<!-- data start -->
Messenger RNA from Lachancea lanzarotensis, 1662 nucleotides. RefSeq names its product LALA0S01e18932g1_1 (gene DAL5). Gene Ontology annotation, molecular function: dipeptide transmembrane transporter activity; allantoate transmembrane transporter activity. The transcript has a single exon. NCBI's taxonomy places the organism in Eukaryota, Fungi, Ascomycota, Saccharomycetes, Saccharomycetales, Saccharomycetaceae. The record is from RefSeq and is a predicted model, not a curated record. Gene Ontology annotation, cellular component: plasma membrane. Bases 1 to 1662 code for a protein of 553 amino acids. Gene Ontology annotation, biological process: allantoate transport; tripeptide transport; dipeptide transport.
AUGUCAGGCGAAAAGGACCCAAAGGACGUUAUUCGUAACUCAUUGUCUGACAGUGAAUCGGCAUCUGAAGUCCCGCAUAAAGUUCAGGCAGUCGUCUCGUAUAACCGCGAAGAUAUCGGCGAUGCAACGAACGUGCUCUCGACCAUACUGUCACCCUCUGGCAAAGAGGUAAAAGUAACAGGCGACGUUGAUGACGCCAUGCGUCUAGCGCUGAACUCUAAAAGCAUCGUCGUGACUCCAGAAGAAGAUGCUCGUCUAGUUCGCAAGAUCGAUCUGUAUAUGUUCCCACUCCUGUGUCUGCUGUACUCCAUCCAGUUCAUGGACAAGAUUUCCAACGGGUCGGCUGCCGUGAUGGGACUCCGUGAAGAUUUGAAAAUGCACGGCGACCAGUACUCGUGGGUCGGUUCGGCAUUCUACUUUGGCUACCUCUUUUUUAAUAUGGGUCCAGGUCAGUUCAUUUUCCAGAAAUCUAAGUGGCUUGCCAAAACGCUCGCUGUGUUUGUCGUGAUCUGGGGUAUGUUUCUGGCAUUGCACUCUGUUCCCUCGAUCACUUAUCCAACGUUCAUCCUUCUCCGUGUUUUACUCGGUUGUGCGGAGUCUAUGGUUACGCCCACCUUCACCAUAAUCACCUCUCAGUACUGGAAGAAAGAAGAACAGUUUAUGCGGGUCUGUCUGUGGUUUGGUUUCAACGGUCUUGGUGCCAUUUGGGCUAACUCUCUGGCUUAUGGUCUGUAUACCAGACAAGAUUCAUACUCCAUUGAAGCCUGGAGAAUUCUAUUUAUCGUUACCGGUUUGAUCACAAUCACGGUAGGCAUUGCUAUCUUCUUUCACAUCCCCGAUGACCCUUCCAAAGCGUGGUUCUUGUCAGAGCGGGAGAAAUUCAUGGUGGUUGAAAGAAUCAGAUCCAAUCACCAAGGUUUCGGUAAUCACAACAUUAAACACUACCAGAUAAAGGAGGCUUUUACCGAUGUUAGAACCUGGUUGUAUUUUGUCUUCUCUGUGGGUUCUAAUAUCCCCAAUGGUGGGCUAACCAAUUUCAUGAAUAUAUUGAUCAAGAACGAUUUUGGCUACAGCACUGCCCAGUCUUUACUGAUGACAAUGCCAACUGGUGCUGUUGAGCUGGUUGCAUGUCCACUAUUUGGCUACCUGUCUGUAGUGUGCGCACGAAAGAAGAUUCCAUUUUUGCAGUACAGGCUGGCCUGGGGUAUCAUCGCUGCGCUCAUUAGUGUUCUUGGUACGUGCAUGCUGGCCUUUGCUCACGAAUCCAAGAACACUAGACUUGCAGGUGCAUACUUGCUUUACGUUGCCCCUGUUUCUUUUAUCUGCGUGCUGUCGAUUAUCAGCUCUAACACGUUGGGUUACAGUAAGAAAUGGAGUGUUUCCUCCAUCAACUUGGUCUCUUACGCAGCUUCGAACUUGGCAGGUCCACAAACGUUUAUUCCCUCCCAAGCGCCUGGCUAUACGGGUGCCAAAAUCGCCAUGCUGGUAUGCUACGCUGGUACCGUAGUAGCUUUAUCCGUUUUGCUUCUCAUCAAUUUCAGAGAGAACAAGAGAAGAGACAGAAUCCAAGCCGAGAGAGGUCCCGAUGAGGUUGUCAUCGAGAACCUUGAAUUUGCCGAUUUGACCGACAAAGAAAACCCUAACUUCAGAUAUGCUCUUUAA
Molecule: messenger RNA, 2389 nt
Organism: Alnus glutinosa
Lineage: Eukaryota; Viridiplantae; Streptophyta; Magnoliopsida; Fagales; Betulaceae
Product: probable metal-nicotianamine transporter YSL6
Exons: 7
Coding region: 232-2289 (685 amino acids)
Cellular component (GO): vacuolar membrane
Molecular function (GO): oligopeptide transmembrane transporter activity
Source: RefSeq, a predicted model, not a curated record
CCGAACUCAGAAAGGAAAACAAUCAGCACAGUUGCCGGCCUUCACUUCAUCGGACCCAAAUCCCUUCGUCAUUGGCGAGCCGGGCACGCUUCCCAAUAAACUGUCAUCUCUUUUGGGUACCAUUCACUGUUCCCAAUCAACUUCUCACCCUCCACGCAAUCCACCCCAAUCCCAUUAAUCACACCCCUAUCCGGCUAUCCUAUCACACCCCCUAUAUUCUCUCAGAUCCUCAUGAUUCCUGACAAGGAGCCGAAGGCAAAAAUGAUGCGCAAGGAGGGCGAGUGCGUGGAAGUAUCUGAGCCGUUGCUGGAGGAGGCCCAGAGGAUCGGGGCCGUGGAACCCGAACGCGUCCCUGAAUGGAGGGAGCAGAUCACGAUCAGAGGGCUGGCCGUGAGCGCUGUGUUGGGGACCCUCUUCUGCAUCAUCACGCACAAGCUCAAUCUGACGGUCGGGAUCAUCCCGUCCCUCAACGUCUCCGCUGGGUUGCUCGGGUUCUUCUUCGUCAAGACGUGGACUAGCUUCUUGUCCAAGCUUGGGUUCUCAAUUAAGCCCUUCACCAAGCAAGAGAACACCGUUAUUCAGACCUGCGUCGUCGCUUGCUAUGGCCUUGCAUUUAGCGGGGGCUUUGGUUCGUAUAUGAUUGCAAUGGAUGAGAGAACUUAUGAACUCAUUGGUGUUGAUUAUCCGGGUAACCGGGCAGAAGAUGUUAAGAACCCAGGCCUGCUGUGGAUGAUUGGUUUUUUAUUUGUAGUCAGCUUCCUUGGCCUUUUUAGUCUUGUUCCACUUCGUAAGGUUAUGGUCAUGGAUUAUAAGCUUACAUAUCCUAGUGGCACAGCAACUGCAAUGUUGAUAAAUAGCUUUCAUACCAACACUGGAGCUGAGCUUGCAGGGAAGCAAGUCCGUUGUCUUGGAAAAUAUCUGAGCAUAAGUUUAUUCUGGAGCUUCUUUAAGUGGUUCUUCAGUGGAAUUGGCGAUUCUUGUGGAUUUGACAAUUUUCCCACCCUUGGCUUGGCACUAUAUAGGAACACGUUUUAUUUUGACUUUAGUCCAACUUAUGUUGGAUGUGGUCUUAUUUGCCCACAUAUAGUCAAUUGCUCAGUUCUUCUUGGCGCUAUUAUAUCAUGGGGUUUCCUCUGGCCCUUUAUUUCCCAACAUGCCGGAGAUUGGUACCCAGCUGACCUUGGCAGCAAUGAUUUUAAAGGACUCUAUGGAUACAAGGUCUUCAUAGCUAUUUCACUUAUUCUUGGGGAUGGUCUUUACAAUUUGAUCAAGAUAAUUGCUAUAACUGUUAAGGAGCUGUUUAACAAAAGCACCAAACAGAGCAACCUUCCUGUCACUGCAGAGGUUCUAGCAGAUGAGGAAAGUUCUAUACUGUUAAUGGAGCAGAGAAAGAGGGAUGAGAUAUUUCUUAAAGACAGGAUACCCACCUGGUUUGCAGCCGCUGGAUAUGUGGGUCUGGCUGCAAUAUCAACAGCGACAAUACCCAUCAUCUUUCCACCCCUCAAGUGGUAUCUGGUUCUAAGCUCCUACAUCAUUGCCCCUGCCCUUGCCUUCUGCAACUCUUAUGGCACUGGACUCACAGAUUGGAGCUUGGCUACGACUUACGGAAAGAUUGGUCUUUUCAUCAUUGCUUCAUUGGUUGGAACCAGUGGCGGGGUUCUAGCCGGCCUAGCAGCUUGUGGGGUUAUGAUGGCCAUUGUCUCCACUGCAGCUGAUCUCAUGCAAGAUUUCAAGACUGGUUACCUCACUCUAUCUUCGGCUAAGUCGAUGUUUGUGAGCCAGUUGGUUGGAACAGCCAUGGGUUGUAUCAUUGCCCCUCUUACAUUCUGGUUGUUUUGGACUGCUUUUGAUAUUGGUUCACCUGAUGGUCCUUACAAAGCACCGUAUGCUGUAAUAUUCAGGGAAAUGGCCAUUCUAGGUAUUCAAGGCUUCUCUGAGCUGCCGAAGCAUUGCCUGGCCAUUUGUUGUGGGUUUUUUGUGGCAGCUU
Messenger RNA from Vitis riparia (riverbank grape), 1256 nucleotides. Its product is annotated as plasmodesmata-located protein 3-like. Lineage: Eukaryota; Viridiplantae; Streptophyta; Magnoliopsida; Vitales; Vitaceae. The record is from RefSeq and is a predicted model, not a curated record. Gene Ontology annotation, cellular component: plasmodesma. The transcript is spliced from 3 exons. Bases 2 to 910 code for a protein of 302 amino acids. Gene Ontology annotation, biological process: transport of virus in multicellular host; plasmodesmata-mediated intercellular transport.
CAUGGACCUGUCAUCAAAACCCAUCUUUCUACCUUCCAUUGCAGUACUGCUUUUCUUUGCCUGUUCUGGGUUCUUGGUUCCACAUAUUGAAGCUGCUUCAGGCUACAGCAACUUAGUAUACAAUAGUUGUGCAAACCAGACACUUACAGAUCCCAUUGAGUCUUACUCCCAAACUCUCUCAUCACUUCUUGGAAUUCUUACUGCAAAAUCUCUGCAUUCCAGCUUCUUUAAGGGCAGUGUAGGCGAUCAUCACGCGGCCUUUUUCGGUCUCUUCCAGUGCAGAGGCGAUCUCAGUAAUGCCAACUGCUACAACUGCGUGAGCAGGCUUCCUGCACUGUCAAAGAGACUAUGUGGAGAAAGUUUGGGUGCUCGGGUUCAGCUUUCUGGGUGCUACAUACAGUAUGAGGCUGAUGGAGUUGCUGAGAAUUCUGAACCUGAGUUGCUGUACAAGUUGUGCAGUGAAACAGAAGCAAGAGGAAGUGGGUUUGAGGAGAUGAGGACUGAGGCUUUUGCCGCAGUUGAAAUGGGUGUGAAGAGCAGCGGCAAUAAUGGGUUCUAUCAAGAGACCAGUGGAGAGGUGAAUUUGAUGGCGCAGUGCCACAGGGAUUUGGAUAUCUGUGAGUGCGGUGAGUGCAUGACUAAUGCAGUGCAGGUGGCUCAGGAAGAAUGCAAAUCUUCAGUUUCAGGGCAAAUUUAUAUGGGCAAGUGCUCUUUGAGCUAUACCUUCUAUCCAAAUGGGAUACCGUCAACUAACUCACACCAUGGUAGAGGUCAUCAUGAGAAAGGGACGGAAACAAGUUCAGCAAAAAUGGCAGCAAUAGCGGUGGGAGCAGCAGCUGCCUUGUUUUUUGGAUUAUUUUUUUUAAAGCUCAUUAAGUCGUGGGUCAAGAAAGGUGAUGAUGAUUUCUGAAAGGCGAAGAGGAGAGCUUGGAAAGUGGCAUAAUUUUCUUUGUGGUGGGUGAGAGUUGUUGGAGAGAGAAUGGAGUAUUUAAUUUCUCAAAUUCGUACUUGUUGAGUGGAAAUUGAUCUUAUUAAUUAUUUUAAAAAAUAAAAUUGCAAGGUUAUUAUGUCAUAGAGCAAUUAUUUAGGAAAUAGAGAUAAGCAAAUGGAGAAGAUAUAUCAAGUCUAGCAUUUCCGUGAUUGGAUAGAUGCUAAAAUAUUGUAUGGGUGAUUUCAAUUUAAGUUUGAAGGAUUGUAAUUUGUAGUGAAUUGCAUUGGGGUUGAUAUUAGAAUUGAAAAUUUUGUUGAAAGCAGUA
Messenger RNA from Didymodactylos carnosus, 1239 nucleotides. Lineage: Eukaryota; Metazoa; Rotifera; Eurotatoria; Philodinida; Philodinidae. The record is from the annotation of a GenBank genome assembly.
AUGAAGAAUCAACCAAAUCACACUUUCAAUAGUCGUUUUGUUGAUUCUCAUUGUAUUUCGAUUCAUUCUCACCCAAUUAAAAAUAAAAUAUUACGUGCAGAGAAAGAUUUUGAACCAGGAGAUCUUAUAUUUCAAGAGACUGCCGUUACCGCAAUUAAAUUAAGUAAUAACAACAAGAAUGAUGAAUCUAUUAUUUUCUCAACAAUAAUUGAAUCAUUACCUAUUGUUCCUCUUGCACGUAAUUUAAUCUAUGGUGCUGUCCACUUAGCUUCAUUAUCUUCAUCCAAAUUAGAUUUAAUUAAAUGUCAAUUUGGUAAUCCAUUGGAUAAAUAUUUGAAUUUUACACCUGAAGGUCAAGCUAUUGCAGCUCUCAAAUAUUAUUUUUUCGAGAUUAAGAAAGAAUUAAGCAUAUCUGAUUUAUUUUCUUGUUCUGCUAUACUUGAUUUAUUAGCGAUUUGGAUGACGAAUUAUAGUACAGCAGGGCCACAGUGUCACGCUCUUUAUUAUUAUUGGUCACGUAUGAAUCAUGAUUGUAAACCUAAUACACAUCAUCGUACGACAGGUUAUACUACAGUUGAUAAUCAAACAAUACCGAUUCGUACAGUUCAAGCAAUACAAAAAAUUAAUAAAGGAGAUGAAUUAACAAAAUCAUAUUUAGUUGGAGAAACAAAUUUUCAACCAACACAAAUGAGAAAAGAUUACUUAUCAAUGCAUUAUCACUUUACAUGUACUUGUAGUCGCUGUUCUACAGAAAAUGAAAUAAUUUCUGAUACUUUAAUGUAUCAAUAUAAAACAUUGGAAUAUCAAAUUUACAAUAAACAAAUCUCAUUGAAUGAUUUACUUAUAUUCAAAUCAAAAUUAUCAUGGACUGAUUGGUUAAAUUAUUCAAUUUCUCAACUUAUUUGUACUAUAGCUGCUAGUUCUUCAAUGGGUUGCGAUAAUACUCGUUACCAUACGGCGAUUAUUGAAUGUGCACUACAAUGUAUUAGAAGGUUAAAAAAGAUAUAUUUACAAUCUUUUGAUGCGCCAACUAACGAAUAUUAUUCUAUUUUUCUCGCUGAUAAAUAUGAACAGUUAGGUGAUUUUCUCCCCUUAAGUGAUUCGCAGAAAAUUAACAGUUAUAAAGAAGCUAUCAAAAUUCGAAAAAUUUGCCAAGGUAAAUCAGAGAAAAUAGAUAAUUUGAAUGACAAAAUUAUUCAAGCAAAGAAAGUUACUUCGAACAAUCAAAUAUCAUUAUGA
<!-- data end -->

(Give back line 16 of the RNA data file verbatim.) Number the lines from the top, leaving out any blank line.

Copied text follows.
AUGAAGAAUCAACCAAAUCACACUUUCAAUAGUCGUUUUGUUGAUUCUCAUUGUAUUUCGAUUCAUUCUCACCCAAUUAAAAAUAAAAUAUUACGUGCAGAGAAAGAUUUUGAACCAGGAGAUCUUAUAUUUCAAGAGACUGCCGUUACCGCAAUUAAAUUAAGUAAUAACAACAAGAAUGAUGAAUCUAUUAUUUUCUCAACAAUAAUUGAAUCAUUACCUAUUGUUCCUCUUGCACGUAAUUUAAUCUAUGGUGCUGUCCACUUAGCUUCAUUAUCUUCAUCCAAAUUAGAUUUAAUUAAAUGUCAAUUUGGUAAUCCAUUGGAUAAAUAUUUGAAUUUUACACCUGAAGGUCAAGCUAUUGCAGCUCUCAAAUAUUAUUUUUUCGAGAUUAAGAAAGAAUUAAGCAUAUCUGAUUUAUUUUCUUGUUCUGCUAUACUUGAUUUAUUAGCGAUUUGGAUGACGAAUUAUAGUACAGCAGGGCCACAGUGUCACGCUCUUUAUUAUUAUUGGUCACGUAUGAAUCAUGAUUGUAAACCUAAUACACAUCAUCGUACGACAGGUUAUACUACAGUUGAUAAUCAAACAAUACCGAUUCGUACAGUUCAAGCAAUACAAAAAAUUAAUAAAGGAGAUGAAUUAACAAAAUCAUAUUUAGUUGGAGAAACAAAUUUUCAACCAACACAAAUGAGAAAAGAUUACUUAUCAAUGCAUUAUCACUUUACAUGUACUUGUAGUCGCUGUUCUACAGAAAAUGAAAUAAUUUCUGAUACUUUAAUGUAUCAAUAUAAAACAUUGGAAUAUCAAAUUUACAAUAAACAAAUCUCAUUGAAUGAUUUACUUAUAUUCAAAUCAAAAUUAUCAUGGACUGAUUGGUUAAAUUAUUCAAUUUCUCAACUUAUUUGUACUAUAGCUGCUAGUUCUUCAAUGGGUUGCGAUAAUACUCGUUACCAUACGGCGAUUAUUGAAUGUGCACUACAAUGUAUUAGAAGGUUAAAAAAGAUAUAUUUACAAUCUUUUGAUGCGCCAACUAACGAAUAUUAUUCUAUUUUUCUCGCUGAUAAAUAUGAACAGUUAGGUGAUUUUCUCCCCUUAAGUGAUUCGCAGAAAAUUAACAGUUAUAAAGAAGCUAUCAAAAUUCGAAAAAUUUGCCAAGGUAAAUCAGAGAAAAUAGAUAAUUUGAAUGACAAAAUUAUUCAAGCAAAGAAAGUUACUUCGAACAAUCAAAUAUCAUUAUGA